How to Consolidate Debt With Bad Credit

You're up to your eyeballs in debt and your credit is shot. The layoff you experienced a few months ago has taken a toll. You've been searching diligently for work, but in this poor job market, it hasn't been easy.

Stop! Before you consider filing for Chapter 7 bankruptcy or enrolling in a bogus debt management plan, consider these alternatives and seize control of your credit again. With a little planning, patience and persistence, you will be back on top again.

How to Consolidate Debt With Bad Credit

Step 1

First of all, tell yourself that it can be done and you WILL overcome your current financial situation. Start out with a positive outlook and be determined to become debt-free, repair your credit and get on with your life.

Step 2

Understand that getting out of debt is a process, one that will take time. Remember, you didn't get into this mess overnight and you certainly won't get out of it that quickly. Be mentally prepared to keep track of your monthly expenses and maintain a tight budget. Learn to live frugally; You don't have to buy everything name-brand.

Step 3

There are plenty of so-called "debt management", "debt consolidation" and "credit counseling" services out there waiting around like vultures to make empty promises and take your money. Invest the time to shop around and do plenty of research before deciding which company to use. Take a good long look at your current financial situation and determine if you truly need to go this route. Realize that, despite what these companies insist, there are other options.

Step 4

Assemble your current and past-due bills. If you receive unemployment benefits, this will help because some (although very few) lenders actually consider it income. The first thing you should do is call each creditor and try to reach a settlement with them directly. Explain that you've been laid off but still wish to pay your bills. Ask if they are willing to work out a revised payment schedule and offer to pay a lesser amount than normal until you find a job. You'll be surprised at how anxious they are to work with you. Contrary to popular belief, they are not your enemy.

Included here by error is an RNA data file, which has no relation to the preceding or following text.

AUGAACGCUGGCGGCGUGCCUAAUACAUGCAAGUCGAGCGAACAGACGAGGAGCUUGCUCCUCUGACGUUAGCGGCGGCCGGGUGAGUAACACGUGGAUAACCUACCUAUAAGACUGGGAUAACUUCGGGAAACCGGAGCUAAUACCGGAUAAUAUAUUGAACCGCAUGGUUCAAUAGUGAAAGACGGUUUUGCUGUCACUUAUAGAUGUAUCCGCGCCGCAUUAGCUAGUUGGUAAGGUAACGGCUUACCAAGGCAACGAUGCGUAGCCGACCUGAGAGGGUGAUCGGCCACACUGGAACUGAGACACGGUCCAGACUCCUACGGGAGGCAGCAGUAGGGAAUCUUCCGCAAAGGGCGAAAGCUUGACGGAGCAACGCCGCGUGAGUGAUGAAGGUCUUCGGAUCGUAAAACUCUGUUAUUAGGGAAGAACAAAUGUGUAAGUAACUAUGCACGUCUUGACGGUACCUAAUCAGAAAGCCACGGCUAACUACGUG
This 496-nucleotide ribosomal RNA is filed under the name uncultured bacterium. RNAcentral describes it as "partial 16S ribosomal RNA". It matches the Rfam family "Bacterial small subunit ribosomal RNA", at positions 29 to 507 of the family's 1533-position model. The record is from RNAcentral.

Step 5

Depending on what your FICO credit score is, you might consider consulting with a credit union or bank, preferably one that you already have an account with, to see if they are willing to approve you for at least a small personal or signature loan so that you can get you caught up on some of your monthly payments. Some of them may even approve you for a debt consolidation loan and make a check out to each individual creditor, if you qualify.

Step 6

If you are a college student, consider applying for financial aid. Not only will it help pay for tuition and books, it can also be used to pay some of your debts. You may qualify for several types of aid, including grants (which don't have to be repaid), scholarships and/or loans. Some loans, such as the Federal Perkins Loan, are backed by the Government, so your credit will not be checked. Contact your school's Financial Aid Office for more information.

Step 7

If, for whatever reasons, none of the above suggestions work, then consider using a consumer credit counseling service. Exercise extreme caution and check the websites for the Better Business Bureau and the Federal Trade Commission to see if any complaints have been filed against the company you're considering. Many of these companies claim to be non-profit, but still may charge a monthly service fee if you decide to enroll in their debt consolidation or debt management program.

Step 8

Overall, examine your entire financial situation and decide what works best for you. Whichever option you choose, be consistent in making your monthly payments. The sooner you pay off these debts, the better your credit will look and the less stressed you'll be.

Warning

If you are employed but still have bad credit and find it hard to get a loan from a bank or credit union, do NOT under any circumstance get a payday loan. If you're not able to repay them in two weeks, then you will have to pay a finance charge to get the loan extended another two weeks. This will continue to happen as long as you continue to extend. Get a few more of these loans and the finance charges will continue to skyrocket. Before long you'll end up much deeper in debt than before.

Things You'll Need

  • As always, a good plan

  • Research

  • Notebook and inkpen

  • Calculator

  • Monthly budget in writing

  • Bills or Invoices (Current and past-due)

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